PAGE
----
3D, health issues, missing data, and PR

When I started working with the USC Entertainment Technology Center (ETC) in January of this year, I thought the primary problems that stereoscopic 3D would have to overcome in order to become a mass market product were technical.  There were multiple formats for encoding the signal for distribution from a source to a consumer device.  There were competing display technologies in the marketplace, including active shutterpolarizedhead mounted displays, and autostereoscopic (plus the far inferior but cheap red/green anaglyph).

Nine months into this activity, I think those problems are going to solve themselves through market forces and individual company’s desire to have their products win in the marketplace.

The competing encoding formats will either shake out into one or two that organically come to dominate the market, or software that auto-detects the incoming signal and appropriately processes the image data will take over.  That translation tool will feed a signal that is appropriate to the display device.  Consumers will choose shutter glass versus polarized display based on personal preference, just as they decide between DLP, LCD, and Plasma screens today.  Each will have pluses, and minuses, marketing spin, and personal buzz to help inform the consumer’s decision.  But no matter what display technology the consumer chooses, all content will most likely play on all devices once those translators are deployed.

I now think the greatest possible problem facing stereoscopic 3D as it moves into the mass market is the lack of a rational, data-driven response to grass-roots emotional fears about and possible regulatory action against 3D content.  There is no data on the effect of viewing 3D content on a diverse, mass audience.

Vision scientists and practicing eye specialists have been gathering data from small target populations for decades.  The studies cover the ability or inability to see in stereotechniques and exercises for learning to see in stereo, back-of-the-eye / focal length flexibility, the eye-brain relationship, vertical alignment or misalignment of individuals’ eyes, and other topics.

What is missing are statistically valid studies that are directly applicable to the audience for 3D movies and content.  That audience ranges in age from 6 months to 100 years, and includes men and women, people with 20/20 vision, nearsightedness, and farsightedness, people who are stereo blind, people with excellent eye alignment, and people with vertical and horizontal eye misalignments.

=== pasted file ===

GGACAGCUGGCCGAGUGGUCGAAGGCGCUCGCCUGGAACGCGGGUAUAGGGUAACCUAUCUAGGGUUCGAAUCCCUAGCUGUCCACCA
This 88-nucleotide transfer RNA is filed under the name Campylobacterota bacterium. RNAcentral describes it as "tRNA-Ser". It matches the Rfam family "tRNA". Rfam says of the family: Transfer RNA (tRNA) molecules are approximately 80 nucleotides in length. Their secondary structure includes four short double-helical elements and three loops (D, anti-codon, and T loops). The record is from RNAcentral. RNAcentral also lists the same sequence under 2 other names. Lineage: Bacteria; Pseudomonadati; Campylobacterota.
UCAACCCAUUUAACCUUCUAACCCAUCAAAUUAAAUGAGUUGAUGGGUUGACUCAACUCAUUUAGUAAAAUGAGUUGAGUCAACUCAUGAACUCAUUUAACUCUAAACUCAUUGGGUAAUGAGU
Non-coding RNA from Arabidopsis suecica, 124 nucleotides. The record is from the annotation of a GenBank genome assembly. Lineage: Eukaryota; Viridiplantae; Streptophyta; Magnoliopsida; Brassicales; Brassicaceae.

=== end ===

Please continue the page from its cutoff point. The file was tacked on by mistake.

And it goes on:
We have plentiful data on the demographics of the movie-going audience.  But we lack data on their visual acuity.

The entire industry is unnecessarily exposed to a battle of opinions that it WILL lose without data.  Bloggers are already questioning whether viewing 3D content could be harmful to children’s development.  Some researchers I have spoken to have said that it could actually be good for the development of vision because it exercises the eyes.

At a recent major European media conference, a technical advisor to the European Broadcasting Union called for warning labels on 3D viewing experiences stating that they could be harmful to the viewer’s health. In a follow-up email exchange with him I pointed out that reading while sitting next to a window in a moving car can also be harmful to your health, but no one is calling for warning labels on car windows.  From a policy-making standpoint, the questions he should ask before making policy recommendations should include the severity of the risk and the size and scope of the risk among the general population.

But today there is no general population data.  Any policy discussion would be based on individual case studies, small non-representative studies, and anecdotes.

At the ETC I have proposed developing studies with defensible methodologies on the health impact of both short term (2-4 hours) and long term (weeks and months) 3D content viewing.  We have also proposed population studies on the distribution of people who experience eye strain while viewing 3D content.  These studies would be done on the wide range of people who would typically attend movies; both 2D and 3D.

As with everything the ETC does, the data would be gathered in a defensible, neutral manner, and presenting in its raw form as well as with some statistical analysis done to it.  But without judgment or marketing spin.  The ETC strenuously holds to its charter as a neutral facility, and not an advocacy body for any industry or group.

The  objective would be to be prepared with data when point/counterpoint opinion pieces and debates erupt related to the impact of viewing 3D content on the health of the audience.

I look forward to working with the members of the ETC and other interested parties to develop these plans and fund the studies.  It will be good to advance the consumer 3D experience and enter into debates with a foundation of data.


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